(Part two of a two-part article series)
This article is a continuation of Monday’s article, and we will be discussing in detail the new payment terms for all construction contracts in Virginia.
ARE “PAY-WHEN-PAID” CLAUSES A THING OF THE PAST IN VIRGINIA? KINDA, SORTA, MAYBE.
Starting January 1, 2023, all construction contracts in Virginia will be subject to payment terms limiting the right of a party to only pay a lower-tier subcontractor upon receipt of payment from the owner or higher-tier contractor. Along with changes to the Virginia Prompt Payment Act, §2.2-4354 discussed in the first article, new changes to Virginia’s “wage theft” statute, Va. Code §11-4.6, specify new payment requirements to lower-tier subcontractors for all projects, public or private in Virginia.
A. New Payment Obligation for Owners
For the first time by statute, Virginia now requires that the owner pay the general contractor “within 60 days of the receipt of an invoice following satisfactory completion of the portion of the work for which the general contractor has invoiced.” Satisfactory completion is not defined, and most contracts expressly provide that a progress payment is not acceptance of the work, as approval and acceptance usually occurs at final completion. If the owner is going to withhold payment, it must do so in writing and with reasonable specificity of the reasons for nonpayment. This does not affect the right to withhold retainage on a project until final completion. Importantly, this 60-day payment requirement does not apply to public bodies as they are excluded from the definition of “owner.”
The owner’s failure to make timely payment now exposes it to liability for interest payments under the Prompt Payment Act at 1% per month unless otherwise stated in the contract. A smart owner will now include a nominal interest rate in its contracts to blunt any impact arising from this new requirement.
B. Prompt Pay on all Construction Projects? Kind of.
The new payment provisions of Va. Code §11-4.6 then focuses on payment requirements between contractors and subcontractors. The statute expressly excludes persons solely furnishing materials, so material suppliers are unlikely to take advantage of its new payment terms. Any contract between a higher-tier and lower-tier contractor is now deemed to include a provision that the higher-tier contractor is liable to the lower-tier contractor “for satisfactory performance of the subcontractor’s duties under the contract” and must make payment within the earlier of:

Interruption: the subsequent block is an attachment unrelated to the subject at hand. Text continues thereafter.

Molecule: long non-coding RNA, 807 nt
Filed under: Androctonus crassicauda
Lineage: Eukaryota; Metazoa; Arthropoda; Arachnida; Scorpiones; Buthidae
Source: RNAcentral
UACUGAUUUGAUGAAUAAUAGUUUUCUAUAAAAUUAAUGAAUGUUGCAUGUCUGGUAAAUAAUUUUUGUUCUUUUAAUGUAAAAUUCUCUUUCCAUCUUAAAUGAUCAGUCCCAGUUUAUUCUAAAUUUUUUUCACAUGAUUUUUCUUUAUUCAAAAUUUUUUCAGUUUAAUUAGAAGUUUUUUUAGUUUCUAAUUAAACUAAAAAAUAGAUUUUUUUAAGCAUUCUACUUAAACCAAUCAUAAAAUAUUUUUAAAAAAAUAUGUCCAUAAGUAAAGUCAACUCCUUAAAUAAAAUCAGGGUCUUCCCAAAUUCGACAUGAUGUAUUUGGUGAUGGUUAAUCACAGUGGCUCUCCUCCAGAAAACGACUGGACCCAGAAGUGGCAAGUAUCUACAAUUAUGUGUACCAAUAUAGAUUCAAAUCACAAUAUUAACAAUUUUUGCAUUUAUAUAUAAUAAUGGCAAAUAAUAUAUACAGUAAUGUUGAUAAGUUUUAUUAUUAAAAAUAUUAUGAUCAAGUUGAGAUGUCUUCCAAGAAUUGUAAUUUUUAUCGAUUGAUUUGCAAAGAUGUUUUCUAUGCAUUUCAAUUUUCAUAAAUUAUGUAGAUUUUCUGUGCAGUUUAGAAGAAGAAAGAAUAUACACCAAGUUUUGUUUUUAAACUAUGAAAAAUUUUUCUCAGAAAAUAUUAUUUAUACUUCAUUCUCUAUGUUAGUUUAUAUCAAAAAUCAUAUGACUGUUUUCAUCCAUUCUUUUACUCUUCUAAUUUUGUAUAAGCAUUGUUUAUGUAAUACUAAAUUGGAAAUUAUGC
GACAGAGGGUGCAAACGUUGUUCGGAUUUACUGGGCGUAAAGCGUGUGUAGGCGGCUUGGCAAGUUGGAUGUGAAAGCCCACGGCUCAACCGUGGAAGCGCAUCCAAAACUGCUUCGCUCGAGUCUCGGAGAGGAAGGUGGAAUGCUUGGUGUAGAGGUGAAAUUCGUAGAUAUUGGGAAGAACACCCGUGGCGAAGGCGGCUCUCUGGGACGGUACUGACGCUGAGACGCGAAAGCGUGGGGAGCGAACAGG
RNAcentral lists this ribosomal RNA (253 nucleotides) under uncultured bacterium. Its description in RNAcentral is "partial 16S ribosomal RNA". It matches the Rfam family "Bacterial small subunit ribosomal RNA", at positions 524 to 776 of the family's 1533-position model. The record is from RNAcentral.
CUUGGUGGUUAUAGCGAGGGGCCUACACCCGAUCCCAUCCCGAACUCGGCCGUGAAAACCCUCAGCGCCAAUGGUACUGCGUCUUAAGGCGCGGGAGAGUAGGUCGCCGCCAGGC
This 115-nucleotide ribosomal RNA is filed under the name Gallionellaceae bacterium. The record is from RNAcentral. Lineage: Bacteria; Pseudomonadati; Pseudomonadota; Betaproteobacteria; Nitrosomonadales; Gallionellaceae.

(i) 60 days of the satisfactory completion of the portion of the work for which the subcontractor has invoices, or
(ii) Seven days after receipt of the amounts paid by the owner or higher-tiered contractors for work performed by a subcontractor “pursuant to the terms of the contract.”
A contractor is not liable for amounts “reducible pursuant to a breach of contract by the subcontractor.” Like the Prompt Payment Act, the contractor withholding payment must notify the subcontractor, in writing, with the reason for nonpayment, specifically identifying the contractual noncompliance, the dollar amount being withheld, and the lower-tier subcontractor responsible for the contractual noncompliance. This last phrase gives general contractors a difficult task of determining how a subcontractor sub-subcontracted different portions of its work so it can assign responsibility to the right sub-subcontractors.
Because this statute applies to all contractors and subcontractors, even if a public body does not make payment to a general contractor within 60 days, the general contractor is still obligated to pay its subcontractor within that time. If an owner waits a full 60 days to make payment to the general contractor, the general contractor will have to pay its subcontractors before that same 60-day period elapses. Even more confusing, the subcontractor’s invoice may be dated prior to date of the general contractor’s invoice to the owner so that the general contractor must now monitor multiple 60-day clocks with the owner and each of its subcontractors. This promises to be a logistical headache for even the most sophisticated of general contractors. General contractors will now likely engage in a lengthy process to evaluate and approve every aspect of a subcontractor’s invoice, down to the date, often rejecting the invoice and frustrating subcontractors.